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Economic Interests and the Democratic Party

Now, if we could just get people to vote their economic interests, rather than cultural convictions, all our problems would be solved. That's an article of faith among many Democrats. According to Stephen Rose, an innovative economist whose work is always worth paying close attention to, that's not a warranted assumption. In reality, the relationship between economic interests and inclination to vote Democratic, even when you take cultural and values issues out of the equation, is far more complicated than many on the center-left are willing to admit. As Rose puts it in the introduction of his new paper, "Talking about Social Class: Are the Economic Interests of the Majority of Americans with the Democratic Party?":

In all [the post-election] discussion, it is tacitly assumed that the majority of people have a natural home in the non-Republican party. The failure of the Democrats to capitalize on this advantage is explained in several ways. First, they are accused of having sold their souls in order to attract campaign contributions. Second, the press is biased and does not report the true effect of Republican policies. Third, the inside-the-Beltway mentality of Democratic campaign consultants has blinded them to obvious appeal of a populist approach.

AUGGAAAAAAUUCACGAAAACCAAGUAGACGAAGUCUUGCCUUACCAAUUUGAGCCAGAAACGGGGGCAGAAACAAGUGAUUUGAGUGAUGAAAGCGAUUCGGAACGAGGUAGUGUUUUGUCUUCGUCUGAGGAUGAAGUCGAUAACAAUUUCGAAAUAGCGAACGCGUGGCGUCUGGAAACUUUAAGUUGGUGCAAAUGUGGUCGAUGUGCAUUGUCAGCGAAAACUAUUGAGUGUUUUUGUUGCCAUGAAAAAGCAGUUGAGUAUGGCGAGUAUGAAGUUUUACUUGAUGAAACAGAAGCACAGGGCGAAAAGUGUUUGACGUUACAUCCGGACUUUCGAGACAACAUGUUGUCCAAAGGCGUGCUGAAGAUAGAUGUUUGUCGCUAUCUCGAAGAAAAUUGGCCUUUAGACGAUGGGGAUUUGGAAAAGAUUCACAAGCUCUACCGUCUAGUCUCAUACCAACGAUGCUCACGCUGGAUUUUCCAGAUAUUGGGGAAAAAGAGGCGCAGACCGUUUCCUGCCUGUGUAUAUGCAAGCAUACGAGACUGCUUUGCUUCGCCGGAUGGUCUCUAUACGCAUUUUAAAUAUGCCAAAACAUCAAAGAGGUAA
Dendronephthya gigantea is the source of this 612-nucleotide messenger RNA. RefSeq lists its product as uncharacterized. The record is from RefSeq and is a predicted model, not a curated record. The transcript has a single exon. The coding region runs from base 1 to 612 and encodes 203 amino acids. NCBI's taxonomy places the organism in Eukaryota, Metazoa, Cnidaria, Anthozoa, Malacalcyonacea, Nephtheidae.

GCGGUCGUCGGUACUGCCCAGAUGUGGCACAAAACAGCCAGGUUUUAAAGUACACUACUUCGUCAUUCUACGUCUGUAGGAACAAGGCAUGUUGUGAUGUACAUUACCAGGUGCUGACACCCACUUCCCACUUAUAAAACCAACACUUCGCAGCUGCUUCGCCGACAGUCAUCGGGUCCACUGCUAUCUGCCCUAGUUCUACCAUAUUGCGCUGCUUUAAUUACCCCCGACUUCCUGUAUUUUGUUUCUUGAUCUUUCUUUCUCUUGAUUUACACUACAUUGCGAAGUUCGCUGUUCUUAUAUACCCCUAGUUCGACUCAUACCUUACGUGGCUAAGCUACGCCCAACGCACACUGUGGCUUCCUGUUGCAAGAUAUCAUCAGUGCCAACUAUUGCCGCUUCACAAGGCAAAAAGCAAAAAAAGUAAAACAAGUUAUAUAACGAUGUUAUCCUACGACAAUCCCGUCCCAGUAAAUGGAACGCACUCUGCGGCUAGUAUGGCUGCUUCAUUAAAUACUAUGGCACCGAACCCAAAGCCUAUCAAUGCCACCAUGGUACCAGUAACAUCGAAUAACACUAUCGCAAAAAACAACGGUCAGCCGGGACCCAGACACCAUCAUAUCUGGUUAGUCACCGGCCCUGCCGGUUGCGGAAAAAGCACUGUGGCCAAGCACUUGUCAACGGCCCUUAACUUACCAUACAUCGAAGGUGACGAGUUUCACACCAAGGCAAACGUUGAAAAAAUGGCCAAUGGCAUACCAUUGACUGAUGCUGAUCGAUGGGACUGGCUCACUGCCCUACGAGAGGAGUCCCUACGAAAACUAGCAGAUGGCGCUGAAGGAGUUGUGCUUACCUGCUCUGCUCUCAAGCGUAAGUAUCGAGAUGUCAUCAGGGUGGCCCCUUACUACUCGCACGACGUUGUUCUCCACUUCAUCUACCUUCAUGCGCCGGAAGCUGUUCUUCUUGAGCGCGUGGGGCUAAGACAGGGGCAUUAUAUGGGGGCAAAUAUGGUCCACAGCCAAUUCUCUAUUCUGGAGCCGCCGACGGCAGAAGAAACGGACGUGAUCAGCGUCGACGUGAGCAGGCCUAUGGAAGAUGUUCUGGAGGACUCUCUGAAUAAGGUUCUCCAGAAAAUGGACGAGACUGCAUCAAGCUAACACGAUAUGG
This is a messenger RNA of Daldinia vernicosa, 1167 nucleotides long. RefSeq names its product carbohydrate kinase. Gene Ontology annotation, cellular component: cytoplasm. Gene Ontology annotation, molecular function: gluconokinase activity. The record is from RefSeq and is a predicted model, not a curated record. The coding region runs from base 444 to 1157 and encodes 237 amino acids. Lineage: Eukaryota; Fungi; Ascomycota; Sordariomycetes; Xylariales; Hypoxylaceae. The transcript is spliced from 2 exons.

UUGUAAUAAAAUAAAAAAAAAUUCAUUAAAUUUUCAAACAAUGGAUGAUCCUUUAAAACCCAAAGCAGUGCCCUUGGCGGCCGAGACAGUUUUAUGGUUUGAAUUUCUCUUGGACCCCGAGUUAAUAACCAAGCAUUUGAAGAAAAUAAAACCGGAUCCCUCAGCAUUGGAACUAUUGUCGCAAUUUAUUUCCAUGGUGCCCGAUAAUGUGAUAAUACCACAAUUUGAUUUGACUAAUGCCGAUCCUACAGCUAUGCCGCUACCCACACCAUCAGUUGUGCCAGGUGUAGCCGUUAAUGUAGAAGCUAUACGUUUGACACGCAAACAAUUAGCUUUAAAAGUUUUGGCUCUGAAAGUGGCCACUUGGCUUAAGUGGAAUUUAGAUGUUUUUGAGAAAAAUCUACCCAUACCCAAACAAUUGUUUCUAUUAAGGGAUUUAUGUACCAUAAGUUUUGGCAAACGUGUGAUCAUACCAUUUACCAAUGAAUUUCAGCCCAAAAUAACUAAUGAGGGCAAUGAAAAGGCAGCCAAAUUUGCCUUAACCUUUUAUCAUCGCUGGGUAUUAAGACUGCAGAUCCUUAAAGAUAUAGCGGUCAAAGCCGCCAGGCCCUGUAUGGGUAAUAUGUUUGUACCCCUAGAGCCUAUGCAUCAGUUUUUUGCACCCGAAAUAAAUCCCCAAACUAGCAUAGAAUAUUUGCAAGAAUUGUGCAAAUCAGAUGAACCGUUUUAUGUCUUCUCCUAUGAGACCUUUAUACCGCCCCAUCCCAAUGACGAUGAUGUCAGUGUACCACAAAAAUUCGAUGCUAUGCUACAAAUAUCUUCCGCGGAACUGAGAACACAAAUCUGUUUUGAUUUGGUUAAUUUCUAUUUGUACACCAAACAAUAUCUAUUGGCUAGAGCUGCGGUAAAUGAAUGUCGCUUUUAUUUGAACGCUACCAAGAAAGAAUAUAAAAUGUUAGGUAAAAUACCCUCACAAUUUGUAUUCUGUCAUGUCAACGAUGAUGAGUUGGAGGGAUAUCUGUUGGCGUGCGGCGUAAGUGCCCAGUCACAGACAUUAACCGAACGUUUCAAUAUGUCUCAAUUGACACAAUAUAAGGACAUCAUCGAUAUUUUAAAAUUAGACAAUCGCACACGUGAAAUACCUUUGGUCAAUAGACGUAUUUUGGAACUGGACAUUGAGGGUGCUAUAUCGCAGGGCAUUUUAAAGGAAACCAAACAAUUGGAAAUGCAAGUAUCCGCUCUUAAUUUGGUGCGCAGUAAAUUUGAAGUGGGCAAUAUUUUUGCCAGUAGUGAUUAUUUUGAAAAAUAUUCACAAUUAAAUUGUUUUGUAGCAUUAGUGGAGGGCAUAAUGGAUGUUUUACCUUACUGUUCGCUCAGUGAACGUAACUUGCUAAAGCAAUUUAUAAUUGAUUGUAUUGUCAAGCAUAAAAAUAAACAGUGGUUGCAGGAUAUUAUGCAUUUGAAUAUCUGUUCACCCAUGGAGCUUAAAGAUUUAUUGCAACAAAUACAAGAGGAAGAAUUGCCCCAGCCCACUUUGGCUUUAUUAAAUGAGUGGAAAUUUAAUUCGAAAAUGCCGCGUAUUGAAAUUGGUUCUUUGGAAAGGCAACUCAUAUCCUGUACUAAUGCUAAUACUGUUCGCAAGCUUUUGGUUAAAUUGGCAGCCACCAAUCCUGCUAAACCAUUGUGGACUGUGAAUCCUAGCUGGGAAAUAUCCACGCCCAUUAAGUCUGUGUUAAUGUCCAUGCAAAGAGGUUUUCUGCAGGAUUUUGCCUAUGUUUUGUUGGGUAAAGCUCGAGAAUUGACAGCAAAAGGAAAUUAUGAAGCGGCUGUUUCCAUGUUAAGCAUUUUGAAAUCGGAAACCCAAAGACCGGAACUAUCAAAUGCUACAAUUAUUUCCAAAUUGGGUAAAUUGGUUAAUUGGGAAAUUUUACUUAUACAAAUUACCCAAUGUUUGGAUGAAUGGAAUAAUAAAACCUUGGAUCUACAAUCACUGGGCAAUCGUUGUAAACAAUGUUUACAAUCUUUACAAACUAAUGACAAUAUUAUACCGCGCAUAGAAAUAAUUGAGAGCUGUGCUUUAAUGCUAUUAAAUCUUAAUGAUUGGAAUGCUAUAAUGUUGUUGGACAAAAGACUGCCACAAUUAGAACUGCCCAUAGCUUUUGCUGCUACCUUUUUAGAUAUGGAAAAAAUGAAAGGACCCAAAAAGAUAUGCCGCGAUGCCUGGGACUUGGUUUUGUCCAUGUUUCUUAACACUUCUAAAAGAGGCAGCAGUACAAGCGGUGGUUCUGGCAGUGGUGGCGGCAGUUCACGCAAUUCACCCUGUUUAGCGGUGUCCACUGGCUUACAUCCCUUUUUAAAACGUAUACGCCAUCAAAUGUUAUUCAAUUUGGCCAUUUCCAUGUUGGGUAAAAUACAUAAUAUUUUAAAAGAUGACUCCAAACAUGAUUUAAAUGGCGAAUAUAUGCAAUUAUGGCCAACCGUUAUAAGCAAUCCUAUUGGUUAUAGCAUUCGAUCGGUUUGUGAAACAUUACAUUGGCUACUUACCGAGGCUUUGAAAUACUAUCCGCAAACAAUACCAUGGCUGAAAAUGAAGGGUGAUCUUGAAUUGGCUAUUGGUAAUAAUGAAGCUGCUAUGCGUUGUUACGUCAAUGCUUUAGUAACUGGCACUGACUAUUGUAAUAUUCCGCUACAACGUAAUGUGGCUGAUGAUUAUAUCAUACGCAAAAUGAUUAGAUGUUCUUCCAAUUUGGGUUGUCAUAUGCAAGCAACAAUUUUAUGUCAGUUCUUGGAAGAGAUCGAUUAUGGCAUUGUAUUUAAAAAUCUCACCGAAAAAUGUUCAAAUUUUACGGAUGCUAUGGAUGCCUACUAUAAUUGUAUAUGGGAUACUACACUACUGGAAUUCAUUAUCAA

Perhaps, we need to consider the alternative that the majority of people do not have basic economic interests to vote Democratic. While there have been many presentations on how people vote by education, income, and occupation, few have made careful arguments about what each division means in terms of tying interests to politics. For example, some have defined those without a four-year college degree as being working class and presumably with interests to support Democrats. To date, the discussion about defining economic interests is similar to the one defining pornography—hard to put into words but you know it when you see it. With respect to pornography, the courts have turned to community standards in deciding specific cases. We need to do at least as much in defining interests in order to make good strategic decisions.

It is an occupational hazard of those with big hearts to overestimate the share of the population that is economically distressed. In their desire to generate public attention and support to expand public policies, they argue that the system is “broken” and needs repair (e.g., candidate Edwards’ speeches about the two Americas). But, it makes a big difference whether the share of the population in need is 15, 35, or 50 percent. If it is at the high end of the range, then one would expect lots of pressure from below to meet their needs. But if it is at the low end of the range, then poor people will need allies among those who think it is morally right to take care of others in need.

Rose poses the issue sharply and, to his credit, does not flinch from the implications of the data he presents in his paper. He summarizes his conclusions thusly: